Jīvā duvihā paṇṇattā tañjahā – saṁsārasamāvannagā ya asaṁsārasamāvannagā ya, tattha ṇaṁ je te asaṁsāra-samāvannagā te ṇaṁ siddhā, siddhā ṇaṁ no āyārambhā jāva aṇārambhā, tattha ṇaṁ je te saṁsārasamāvannagā te duvihā paṇṇattā, tañjahā – sañjayāya asañjayā ya| Tattha ṇaṁ je te sañjayā te duvihā paṇṇattā, tañjahā – pamattasañjayā ya apamattasañjayā ya, tattha ṇaṁ je te apamattasañjayā te ṇaṁ no āyārambhā, no parārambhā jāva aṇārambhā tattha ṇaṁ je te pamattasañjayā te suhajogaṁ paḍucca no āyārambhā, no parārambhā jāva aṇārambhā, asubhaṁ jogaṁ paḍucca āyārambhāvi jāva no aṇārambhā| Tattha ṇaṁ je te asañjayā te aviratiṁ paḍucca āyārambhāvi jāva no aṇārambhā|
Gautama! The living beings are of two types – the liberated and the worldly. Out of these, the liberated ones are neither ātmārambhī nor parārambhī nor tadubhayārambhī; they are anārambhī. The worldly living beings are of two types – restrained and unrestrained. Out of these the restrained ones are, again, of two types – vigilantly restrained and negligently restrained. Out of these the vigilantly restrained ones are neither ātmārambhī nor parārambhī nor tadubhayārambhī; they are anārambhī. But in relation to auspicious combination of mind, body and speech (yoga) the negligently restrained ones are also neither ātmārambhī nor parārambhī nor tadubhayārambhī; they, too, are anārambhī. However, in relation to inauspicious combination of mind, body and speech (yoga) the negligently restrained ones are ātmārambhī as well as parārambhī and tadybhayārambhī; they are not anārambhī.
In this aphorism, in relation to auspicious combination of mind, body and speech (yoga) even the negligently restrained ones have been said to be neither ātmārambhī nor parārambhī nor tadubhayārambhī but they have been said to be anārambhī only. Because the auspicious yoga prevents the inauspicious activities, it is counted as auspicious and a means of karmic stoppage.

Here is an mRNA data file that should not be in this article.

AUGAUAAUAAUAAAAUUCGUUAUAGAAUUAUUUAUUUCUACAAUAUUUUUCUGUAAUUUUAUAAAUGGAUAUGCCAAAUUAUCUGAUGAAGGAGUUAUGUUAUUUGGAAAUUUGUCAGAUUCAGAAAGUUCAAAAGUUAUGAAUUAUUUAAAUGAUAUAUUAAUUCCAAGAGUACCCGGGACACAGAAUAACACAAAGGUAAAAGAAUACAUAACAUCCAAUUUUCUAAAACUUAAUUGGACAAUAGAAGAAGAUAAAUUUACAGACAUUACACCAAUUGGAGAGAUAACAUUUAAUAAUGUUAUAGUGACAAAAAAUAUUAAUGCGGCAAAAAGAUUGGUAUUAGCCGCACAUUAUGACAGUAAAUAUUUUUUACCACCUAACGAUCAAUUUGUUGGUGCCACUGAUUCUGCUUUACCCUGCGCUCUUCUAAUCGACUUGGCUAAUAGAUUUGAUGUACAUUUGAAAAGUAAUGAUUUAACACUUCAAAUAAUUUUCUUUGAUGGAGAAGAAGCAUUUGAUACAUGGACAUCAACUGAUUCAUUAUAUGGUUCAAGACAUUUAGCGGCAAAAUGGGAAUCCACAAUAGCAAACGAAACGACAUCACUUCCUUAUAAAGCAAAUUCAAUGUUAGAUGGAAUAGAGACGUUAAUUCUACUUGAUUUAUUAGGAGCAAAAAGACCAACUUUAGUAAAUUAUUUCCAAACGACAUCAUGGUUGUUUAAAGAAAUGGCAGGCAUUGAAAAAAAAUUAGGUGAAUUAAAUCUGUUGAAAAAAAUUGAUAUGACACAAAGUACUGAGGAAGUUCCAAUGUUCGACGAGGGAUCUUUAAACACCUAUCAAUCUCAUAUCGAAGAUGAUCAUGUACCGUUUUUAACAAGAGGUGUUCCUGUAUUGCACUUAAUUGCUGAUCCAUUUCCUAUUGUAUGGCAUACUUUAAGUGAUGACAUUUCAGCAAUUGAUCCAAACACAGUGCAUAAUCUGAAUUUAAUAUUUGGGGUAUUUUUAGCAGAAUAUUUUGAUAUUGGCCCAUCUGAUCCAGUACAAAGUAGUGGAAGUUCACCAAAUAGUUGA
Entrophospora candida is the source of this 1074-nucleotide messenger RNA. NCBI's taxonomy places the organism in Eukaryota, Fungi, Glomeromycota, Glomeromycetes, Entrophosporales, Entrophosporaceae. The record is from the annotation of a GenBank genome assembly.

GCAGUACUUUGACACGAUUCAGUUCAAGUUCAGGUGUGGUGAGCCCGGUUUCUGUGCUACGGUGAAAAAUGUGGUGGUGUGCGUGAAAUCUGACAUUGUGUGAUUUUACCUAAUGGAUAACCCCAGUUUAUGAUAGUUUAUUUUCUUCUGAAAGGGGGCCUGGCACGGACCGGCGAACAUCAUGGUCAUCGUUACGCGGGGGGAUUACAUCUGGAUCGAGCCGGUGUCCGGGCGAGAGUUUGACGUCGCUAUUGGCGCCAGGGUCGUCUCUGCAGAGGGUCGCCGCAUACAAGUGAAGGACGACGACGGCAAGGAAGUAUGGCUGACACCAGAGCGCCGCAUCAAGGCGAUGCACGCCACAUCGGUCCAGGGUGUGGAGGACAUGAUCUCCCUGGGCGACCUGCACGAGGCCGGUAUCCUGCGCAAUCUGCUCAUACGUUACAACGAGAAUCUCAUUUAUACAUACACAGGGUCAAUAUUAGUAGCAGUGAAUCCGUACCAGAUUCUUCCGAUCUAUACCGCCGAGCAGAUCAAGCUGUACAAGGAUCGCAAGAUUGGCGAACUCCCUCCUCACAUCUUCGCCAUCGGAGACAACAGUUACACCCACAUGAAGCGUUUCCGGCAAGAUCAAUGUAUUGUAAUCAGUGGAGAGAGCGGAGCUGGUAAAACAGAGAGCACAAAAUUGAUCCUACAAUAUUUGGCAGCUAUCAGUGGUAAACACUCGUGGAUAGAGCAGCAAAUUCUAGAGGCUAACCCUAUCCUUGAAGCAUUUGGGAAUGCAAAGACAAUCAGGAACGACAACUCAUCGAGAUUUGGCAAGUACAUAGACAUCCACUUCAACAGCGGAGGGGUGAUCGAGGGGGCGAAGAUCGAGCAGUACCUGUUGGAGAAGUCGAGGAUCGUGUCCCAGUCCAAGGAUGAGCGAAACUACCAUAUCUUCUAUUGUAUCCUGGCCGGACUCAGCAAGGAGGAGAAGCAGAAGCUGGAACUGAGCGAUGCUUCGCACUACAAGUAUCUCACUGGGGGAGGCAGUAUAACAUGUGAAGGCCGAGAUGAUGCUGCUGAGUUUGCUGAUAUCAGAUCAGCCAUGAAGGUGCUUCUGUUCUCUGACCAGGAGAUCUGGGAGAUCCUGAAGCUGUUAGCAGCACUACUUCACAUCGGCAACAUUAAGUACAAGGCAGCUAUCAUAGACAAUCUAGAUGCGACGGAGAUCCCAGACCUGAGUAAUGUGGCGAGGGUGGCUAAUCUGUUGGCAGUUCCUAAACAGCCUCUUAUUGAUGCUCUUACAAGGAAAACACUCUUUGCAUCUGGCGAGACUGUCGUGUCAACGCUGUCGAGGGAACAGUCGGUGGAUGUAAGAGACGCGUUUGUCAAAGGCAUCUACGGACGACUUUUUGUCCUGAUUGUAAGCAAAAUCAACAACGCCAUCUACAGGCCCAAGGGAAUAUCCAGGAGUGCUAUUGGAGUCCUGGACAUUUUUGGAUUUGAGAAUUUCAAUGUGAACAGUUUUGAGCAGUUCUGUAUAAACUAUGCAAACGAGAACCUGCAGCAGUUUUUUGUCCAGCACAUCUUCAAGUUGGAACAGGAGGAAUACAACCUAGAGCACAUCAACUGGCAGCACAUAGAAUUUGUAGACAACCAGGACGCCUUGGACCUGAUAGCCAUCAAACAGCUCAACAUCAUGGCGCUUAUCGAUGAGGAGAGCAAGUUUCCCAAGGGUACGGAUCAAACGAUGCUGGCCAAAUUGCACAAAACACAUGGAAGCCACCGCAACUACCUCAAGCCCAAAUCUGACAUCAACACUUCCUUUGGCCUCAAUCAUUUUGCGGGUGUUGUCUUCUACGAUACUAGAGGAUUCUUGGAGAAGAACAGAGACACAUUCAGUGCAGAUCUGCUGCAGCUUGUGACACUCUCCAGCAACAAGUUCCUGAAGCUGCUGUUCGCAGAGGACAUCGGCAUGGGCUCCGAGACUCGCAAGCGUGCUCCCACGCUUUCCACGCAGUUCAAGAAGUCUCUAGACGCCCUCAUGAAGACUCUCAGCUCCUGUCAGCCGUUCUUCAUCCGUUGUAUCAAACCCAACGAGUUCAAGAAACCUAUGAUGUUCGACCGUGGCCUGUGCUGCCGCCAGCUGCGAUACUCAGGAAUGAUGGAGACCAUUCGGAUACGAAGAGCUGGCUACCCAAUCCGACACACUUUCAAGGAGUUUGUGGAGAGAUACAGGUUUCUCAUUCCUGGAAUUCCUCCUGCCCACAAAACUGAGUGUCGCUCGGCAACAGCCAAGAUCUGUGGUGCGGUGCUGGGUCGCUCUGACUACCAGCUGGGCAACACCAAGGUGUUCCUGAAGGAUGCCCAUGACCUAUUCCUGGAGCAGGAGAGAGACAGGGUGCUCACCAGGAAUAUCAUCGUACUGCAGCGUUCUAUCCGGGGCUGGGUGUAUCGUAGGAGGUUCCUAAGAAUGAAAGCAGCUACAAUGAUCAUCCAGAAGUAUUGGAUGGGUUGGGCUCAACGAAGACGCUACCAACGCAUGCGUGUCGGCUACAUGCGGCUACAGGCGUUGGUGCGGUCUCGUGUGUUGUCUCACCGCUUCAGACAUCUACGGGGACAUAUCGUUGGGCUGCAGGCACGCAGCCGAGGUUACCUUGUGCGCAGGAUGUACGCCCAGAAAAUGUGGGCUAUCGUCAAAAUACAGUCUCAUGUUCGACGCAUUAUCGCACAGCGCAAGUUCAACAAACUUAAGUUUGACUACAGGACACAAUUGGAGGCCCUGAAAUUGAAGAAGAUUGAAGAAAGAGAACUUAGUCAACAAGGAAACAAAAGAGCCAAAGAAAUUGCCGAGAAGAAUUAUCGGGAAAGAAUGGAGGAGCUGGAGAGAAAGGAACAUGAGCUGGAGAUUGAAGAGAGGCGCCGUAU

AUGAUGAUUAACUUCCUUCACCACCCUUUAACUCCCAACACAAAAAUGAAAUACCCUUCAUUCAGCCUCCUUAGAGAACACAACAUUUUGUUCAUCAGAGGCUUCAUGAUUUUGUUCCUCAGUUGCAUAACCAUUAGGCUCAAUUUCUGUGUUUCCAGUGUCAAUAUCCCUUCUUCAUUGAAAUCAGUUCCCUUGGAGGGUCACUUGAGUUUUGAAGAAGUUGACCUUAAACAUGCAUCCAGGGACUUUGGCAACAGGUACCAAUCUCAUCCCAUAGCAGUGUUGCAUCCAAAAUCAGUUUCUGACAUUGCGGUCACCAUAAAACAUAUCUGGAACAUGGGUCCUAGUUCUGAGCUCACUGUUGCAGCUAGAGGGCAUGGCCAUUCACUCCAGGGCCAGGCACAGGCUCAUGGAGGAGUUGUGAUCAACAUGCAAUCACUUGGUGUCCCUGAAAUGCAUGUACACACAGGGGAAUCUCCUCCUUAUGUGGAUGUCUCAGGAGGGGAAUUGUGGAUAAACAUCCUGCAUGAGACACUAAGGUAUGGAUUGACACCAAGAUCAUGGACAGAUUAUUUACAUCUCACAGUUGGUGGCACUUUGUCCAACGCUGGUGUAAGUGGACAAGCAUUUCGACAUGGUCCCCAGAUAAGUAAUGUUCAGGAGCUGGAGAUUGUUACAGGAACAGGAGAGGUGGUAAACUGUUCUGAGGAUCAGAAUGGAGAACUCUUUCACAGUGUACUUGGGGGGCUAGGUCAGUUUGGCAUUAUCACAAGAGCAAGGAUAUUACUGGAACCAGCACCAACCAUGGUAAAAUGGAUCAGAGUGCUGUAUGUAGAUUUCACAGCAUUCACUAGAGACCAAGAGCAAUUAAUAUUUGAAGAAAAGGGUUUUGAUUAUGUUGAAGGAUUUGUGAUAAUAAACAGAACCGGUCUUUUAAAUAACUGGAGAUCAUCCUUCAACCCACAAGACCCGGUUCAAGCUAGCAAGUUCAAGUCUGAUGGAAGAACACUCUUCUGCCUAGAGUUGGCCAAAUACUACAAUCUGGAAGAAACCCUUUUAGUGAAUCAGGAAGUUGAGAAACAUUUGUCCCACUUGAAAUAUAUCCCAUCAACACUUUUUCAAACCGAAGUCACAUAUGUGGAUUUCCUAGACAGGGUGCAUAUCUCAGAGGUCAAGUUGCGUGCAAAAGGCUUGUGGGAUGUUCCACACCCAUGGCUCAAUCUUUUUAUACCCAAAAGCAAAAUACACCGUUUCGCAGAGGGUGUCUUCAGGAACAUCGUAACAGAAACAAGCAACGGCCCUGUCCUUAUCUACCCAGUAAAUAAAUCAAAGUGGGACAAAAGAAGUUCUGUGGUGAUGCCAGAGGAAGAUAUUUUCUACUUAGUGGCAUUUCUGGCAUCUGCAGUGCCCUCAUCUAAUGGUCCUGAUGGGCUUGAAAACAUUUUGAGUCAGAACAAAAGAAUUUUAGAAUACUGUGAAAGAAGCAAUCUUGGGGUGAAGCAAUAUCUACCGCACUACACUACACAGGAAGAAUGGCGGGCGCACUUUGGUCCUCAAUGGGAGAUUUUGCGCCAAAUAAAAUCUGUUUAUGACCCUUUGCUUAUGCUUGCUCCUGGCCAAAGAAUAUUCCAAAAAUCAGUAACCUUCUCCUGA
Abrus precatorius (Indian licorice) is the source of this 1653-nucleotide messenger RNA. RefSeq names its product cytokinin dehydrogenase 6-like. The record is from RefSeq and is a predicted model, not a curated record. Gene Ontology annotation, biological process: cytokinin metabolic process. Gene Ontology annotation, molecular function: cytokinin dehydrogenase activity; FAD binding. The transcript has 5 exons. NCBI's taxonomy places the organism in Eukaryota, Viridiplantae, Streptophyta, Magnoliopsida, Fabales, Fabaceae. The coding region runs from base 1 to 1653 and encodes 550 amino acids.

The Jaina canonical work, Uttarādhyayana sūtra, 21.13 also says –
Savvehiṁ bhūehiṁ dayāṇukampī
khantikkame sañjaya bambhayārī|
carijja bhikkhū susamāhi indie\
That is – The sense-restrained monk must be kind and compassionate towards all the living beings; he must be forbearing and forgiving, and a restrained celibate; he must give up all violent activities and go about with his senses well under control.
In this aphorism the monks have been clearly urged to be kind and compassionate towards all living beings. Here, mercy, kindness and compassion have also been held equally important as restraint, celibacy, forgiveness, and giving up of violent activities. That means they (kindness and compassion) have been said to be dharma in the form of karmic stoppage and separation.